Every dog is born with a purpose. Most dogs will become family pets and companions. However, there are a few that are simply born with everything that it takes to do protection work. Just like humans enjoy developing their talents, dogs born with the desire and intelligence to protect enjoy the challenges of fine tuning their given abilities. These simply aren’t the type of dogs who would prefer to lie in the sun all day. They would rather be practicing their bite work or learning commands, tracking or testing their agility on the course. They need stimulus. I would not allow a dog to continue in our program if he or she seemed reluctant, uncomfortable, or disagreeable. It is not good for the dog or for our clients or for us either.
My motto is “do what you love”. This is why I am a protection dog trainer. Our dogs express the same sentiment, not in words but when they complete their agility training for the day and are still ready for more or when they execute a command without the expectation of anything more than verbal praise.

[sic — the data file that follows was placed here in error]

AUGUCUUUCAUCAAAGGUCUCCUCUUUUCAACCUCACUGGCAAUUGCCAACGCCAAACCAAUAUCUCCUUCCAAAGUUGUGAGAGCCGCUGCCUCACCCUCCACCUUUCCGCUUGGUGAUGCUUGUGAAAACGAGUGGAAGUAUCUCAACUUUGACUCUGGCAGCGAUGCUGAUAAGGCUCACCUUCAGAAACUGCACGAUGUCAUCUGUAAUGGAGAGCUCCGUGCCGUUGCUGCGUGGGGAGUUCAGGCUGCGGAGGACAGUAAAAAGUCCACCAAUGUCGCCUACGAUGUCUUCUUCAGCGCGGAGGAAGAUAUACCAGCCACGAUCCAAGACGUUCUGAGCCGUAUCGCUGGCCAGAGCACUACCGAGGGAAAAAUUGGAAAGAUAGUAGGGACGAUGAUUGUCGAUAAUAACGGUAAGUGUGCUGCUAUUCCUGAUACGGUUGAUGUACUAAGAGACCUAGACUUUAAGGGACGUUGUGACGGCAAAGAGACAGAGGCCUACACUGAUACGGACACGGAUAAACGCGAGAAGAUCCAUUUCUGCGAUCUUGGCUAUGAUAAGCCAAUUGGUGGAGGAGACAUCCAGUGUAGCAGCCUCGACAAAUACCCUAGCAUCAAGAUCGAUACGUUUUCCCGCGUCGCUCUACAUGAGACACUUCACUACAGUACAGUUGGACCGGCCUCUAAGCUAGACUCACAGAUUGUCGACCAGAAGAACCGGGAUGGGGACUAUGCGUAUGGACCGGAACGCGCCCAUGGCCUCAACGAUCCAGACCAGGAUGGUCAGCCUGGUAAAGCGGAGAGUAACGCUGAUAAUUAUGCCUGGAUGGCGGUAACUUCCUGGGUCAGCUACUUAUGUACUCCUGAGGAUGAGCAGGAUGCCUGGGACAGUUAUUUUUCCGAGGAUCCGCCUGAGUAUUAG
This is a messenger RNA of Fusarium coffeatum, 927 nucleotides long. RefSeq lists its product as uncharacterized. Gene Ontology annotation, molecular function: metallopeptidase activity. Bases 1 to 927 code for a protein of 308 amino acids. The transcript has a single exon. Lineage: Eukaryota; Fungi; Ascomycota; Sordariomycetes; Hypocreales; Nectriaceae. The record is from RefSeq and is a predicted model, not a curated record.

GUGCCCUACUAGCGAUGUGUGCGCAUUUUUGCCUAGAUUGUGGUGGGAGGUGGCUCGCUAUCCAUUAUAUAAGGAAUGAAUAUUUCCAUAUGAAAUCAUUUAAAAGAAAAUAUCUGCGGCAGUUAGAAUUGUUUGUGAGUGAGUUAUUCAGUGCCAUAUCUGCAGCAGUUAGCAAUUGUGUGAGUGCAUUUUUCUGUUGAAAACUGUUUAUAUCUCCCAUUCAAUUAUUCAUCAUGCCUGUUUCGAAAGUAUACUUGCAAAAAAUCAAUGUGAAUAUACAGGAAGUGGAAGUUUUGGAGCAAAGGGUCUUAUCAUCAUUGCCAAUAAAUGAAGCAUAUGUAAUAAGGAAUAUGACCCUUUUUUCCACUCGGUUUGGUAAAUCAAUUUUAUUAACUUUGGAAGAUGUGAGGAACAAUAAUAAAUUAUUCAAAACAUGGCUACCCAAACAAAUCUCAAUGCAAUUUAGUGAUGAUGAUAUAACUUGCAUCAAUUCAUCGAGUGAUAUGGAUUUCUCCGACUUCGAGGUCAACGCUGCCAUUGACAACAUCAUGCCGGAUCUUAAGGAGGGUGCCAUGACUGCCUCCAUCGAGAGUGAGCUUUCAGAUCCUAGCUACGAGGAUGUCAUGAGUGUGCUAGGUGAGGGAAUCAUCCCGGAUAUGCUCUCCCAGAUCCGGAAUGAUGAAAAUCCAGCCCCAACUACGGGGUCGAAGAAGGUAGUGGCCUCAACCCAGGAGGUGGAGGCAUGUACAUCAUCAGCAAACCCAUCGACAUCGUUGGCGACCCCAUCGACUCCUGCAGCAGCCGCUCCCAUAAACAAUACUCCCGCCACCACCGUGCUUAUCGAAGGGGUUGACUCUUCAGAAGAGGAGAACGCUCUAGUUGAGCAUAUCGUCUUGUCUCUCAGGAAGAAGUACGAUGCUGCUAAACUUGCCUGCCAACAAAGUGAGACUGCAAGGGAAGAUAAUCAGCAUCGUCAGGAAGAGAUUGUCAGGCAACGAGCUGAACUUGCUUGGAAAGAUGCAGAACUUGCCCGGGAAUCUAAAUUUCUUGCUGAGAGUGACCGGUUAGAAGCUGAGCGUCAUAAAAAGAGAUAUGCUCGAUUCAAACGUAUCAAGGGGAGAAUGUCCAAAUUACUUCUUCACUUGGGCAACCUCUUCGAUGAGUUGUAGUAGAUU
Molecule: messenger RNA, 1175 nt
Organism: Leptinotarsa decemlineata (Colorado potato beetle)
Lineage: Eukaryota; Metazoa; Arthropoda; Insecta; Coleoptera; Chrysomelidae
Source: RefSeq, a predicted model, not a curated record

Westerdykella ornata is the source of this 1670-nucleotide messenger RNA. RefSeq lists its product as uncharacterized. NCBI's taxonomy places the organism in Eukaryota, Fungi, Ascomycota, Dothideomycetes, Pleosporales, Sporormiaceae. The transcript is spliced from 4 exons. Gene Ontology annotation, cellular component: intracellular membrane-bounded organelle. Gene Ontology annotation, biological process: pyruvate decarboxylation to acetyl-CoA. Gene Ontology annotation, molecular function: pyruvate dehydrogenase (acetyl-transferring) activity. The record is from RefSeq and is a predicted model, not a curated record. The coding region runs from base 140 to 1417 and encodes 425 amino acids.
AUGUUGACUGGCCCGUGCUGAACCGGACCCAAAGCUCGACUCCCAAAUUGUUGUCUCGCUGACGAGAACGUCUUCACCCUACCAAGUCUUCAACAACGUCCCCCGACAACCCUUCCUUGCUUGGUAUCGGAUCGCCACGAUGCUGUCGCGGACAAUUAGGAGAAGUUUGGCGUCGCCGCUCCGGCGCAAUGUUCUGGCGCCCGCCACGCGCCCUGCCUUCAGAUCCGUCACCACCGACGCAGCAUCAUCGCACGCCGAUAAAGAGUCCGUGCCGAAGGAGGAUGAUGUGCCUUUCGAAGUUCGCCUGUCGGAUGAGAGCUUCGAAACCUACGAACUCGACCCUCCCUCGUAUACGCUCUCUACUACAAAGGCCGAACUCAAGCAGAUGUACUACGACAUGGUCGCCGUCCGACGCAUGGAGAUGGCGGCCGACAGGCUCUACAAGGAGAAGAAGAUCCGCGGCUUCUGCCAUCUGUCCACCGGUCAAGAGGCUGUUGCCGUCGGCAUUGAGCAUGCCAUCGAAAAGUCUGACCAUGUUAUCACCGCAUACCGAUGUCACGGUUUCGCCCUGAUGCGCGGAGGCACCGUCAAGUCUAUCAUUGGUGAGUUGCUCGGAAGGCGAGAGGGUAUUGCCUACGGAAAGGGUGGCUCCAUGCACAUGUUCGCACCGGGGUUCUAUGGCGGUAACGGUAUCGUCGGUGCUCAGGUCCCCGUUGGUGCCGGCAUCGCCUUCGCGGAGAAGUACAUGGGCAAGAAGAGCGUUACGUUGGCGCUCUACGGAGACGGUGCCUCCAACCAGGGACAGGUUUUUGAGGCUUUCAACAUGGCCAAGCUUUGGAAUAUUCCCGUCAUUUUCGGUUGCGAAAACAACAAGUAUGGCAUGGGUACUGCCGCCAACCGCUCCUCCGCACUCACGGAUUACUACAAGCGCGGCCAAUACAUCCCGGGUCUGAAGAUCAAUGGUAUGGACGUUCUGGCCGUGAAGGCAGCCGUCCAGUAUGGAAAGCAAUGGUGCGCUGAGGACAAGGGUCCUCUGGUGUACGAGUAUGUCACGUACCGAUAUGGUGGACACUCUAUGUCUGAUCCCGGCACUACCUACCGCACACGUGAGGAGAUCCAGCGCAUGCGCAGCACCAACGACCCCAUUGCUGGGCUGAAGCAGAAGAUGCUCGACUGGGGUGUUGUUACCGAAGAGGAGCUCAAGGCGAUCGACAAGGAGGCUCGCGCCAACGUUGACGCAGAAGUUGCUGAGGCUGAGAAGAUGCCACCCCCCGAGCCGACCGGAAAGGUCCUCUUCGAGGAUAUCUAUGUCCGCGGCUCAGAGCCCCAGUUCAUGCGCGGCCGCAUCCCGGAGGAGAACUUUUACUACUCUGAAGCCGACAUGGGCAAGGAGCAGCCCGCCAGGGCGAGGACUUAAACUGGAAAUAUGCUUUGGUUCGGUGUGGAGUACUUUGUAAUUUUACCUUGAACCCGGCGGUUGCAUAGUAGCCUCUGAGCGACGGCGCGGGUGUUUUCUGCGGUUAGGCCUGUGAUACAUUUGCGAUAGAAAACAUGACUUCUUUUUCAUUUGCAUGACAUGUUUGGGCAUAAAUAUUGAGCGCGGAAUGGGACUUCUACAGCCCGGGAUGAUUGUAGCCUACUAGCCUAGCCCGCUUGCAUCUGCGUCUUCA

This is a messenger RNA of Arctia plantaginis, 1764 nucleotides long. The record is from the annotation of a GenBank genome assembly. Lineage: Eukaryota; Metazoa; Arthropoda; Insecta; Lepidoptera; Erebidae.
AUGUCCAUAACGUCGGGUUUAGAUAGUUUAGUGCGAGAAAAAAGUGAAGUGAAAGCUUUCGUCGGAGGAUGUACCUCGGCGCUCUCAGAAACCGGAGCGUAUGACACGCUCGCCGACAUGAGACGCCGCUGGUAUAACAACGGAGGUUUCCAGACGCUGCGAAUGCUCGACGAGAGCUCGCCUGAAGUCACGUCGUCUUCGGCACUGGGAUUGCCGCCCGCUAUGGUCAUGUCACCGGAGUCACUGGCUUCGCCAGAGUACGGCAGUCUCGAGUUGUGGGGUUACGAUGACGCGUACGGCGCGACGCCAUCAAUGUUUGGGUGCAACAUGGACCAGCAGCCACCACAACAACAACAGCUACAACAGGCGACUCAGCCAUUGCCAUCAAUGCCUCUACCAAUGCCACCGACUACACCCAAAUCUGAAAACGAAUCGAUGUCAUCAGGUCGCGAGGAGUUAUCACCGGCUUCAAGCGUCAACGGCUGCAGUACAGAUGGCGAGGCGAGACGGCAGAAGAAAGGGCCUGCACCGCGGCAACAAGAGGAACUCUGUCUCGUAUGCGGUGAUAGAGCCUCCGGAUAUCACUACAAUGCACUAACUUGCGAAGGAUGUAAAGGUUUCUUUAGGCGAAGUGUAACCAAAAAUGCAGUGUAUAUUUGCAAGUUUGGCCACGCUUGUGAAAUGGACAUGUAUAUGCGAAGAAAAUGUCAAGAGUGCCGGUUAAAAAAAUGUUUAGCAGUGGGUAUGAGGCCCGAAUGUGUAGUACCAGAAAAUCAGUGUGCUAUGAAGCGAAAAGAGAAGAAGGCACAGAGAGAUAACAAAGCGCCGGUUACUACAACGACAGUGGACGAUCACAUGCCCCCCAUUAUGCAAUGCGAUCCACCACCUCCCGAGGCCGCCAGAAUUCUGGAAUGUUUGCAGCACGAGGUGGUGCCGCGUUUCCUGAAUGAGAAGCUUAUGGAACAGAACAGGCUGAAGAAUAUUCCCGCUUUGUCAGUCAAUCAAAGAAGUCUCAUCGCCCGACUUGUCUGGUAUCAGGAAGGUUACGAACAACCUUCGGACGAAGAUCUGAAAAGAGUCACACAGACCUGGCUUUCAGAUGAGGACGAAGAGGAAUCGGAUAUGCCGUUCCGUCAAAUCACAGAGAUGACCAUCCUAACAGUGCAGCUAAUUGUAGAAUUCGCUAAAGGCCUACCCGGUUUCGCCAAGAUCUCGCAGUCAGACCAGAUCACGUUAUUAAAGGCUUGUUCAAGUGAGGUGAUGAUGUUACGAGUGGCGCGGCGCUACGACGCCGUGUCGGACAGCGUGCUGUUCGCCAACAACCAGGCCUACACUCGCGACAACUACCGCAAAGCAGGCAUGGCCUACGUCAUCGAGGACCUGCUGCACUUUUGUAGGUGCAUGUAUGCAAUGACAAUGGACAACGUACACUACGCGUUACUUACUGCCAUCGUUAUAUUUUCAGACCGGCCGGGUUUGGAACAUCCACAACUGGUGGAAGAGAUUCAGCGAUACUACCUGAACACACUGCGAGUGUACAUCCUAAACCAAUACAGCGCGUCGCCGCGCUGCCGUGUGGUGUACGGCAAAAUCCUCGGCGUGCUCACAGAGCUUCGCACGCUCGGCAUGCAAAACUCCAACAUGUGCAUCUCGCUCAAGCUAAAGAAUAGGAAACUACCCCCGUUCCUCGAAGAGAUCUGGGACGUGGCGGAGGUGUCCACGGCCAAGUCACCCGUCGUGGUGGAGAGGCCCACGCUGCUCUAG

I have a job to do but it doesn’t feel like work because I enjoy it and it is my purpose in life. My dogs? They feel exactly the same way.
Without a doubt one of the most asked questions we get has to do with how protection dogs behave toward children. Without hesitation, the answer is “terrific”. Children and dogs have a fantastic connection with each other.
One of the most prominent differences between canines and wolves is that while wolves shun humans, dogs embrace them. This relationship is especially emphasized when one observes how dogs behave around children. Children are high energy, excitable and have a high-pitched, non-threatening voice. These qualities remind dogs of when they themselves where puppies, having fun in the whelping box with their littermates. Thus, dogs rarely see children as threatening. The feeling the dog has is much like how most humans feel when they see a baby.